Strange Science: The History of Blood Transfusion

We may think of blood transfusion as a very modern scientific development, but as this timeline shows, the use of transfusions in medicine goes back to the seventeenth century, when physicians identified the circulatory system. What follows is a fascinating history that includes such oddities as transfusion from animal to human, transfusions using milk instead of blood, and more! The various topics covered in this timeline are great fodder for science fiction stories!

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That Man Behind the Curtain – November 2019

Photo of three cats curled up next to each other.

Feline interns on a mandatory break.

November saw the last of the anthology shipped out and the final prep work for Winter 2020. Let’s look at what the numbers were like.

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Even More Alumni Short Stories, Games, and More!

Initial cover art for the Young Explorer's Adventure Guide, vol. 6Our MSJ alumni have been busy, with even more new publications!

Cliff Winnig has a story in the recently published Straight Outta Deadwood from Baen Books.

Author Matt Moran has published a game called A Bitter Gambit, a rules-light game of sword and sorcery.

Patrick Hurley recently had his story, “Whispers in the Garden,” reprinted at Frozen Wavelets. And he’s not the only one of our alumni that Frozen Wavelets has published–Deborah Davitt, Stewart C. Baker, Anatoly Belilovsky, and co-editor Dawn Vogel also have poetry in the first issue of Frozen Wavelets!

Andrew K. Hoe, who will have a story in the final issue of Mad Scientist Journal, has an essay on monster movement in the December 2019 issue of ParABnormal.

Andrew K. Hoe also has a story in the recently released Young Explorer’s Adventure Guide (volume 6), which also includes stories from Wendy Nikel, Holly Schofield, Deborah Walker, and co-editor Dawn Vogel!

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Winter 2020 Out Now!

Disaster photography, mental health assistance from unlikely sources, and talented velociraptors. These are but some of the strange tales to be found in this book.

Mad Scientist Journal: Winter 2020 collects thirteen tales from the fictional worlds of mad science. For the discerning mad scientist reader, there are also pieces of fiction from Maureen Bowden, Amanda Cherry, Sam Crane, Madison Estes, Larry C. Kay, K. Kitts, Fiona Moore, George Nikolopoulos, Mere Rain, Darren Ridgley, dave ring, J. Rohr, Holly Saiki, Connor Sassmannshausen, Alyssa N. Vaughn, Chris Walker, and Cliff Winnig. Readers will also find other resources for the budding mad scientist, including an advice column, gossip column, and other brief messages from mad scientists.

Authors featured in this volume also include Joachim Heijndermans, Genevieve McCluer, Nick Morrish, Cory Swanson, Arnout Brokking, Franko Stephens, Megan Dorei, Judith Field, Rain E. Day, Holly Schofield, Blake Jessop, Michael M. Jones, Andrew K. Hoe, Han Adcock, C. R. Anderson, E.D.E. Bell, Andy Brown, James Cummins, Lillie Franks, Joan Hudak, Alexander Nachaj, Edward Punales, Angelica Rosenthal, Sophie Sparrow, Johnny Townsend, DJ Tyrer, Lucinda Gunnin, and Sean Frost. Art provided by Leigh Legler, Luke Spooner, Errow Collins, Scarlett O’Hairdye, America Jones, and Justine McGreevy.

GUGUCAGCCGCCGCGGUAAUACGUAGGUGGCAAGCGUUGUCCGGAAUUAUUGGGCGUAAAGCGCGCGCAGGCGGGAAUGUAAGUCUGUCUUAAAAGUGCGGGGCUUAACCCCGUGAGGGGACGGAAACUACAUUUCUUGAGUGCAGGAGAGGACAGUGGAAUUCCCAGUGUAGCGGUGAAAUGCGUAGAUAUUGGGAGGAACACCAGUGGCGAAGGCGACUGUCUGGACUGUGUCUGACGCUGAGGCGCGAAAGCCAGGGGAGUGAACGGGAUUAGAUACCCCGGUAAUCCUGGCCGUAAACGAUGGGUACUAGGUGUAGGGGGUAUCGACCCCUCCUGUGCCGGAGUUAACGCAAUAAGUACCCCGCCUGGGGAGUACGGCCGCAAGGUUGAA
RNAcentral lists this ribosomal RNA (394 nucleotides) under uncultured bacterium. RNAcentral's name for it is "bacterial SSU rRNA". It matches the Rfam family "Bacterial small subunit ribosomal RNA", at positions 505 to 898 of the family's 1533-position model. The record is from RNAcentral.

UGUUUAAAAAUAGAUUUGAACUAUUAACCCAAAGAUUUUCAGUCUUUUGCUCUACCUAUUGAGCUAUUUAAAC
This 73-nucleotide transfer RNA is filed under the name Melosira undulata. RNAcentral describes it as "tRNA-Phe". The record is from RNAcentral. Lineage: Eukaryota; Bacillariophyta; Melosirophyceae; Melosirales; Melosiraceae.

Buy it now at:

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Fiction: Poor Girl

An essay by Jackie Rivera, as provided by Traci Castleberry
Art by Errow Collins

From across the cobbled street, I watched the rag-clad girl who huddled on the leeward side of the Dolphin Inn. She held one trembling palm extended toward a passing gentleman. “Spare a copper, mister?” The man, like all the other passers-by gave the girl a wide berth, especially when she let out a barrage of coughs.

She was perfect for what I needed. The difficulty breathing was bad enough to be indicative of pneumonia or consumption, either of which would probably kill her soon. From the livid red scar and the fused fingers clutching at the collar of her worn dress, she’d been burned, and not all that long ago. No one would miss her, and she was near enough to death that if she passed on, I wouldn’t feel bad.

My missing hand itched as it always did when I was excited. I wound my way through the crowd and crouched in front of her, ignoring the stares of those walking past. “Spare a copper, mister?” she asked me.

I touched the knuckles of my good hand to my cap. “Morning, miss. I don’t have a copper, but I do have a hot bowl of stew to fill your belly and a nice warm bed to rest in.”

It was hard to make out her expression beneath her dirt-stained face, but her eyes widened as she gazed suspiciously at me. “I don’t have nothing you want. I got the consumption. Ain’t fit to lie with.”

“I don’t want to lie with you.” I held out my hand. “I’m just trying to be gentlemanly and help the less fortunate.”

“You ain’t no gentleman.”

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Strange Science: Giant Penguins

A paleontologist in New Zealand has found fossilized penguin bones that indicate the existence of a penguin as tall as a human.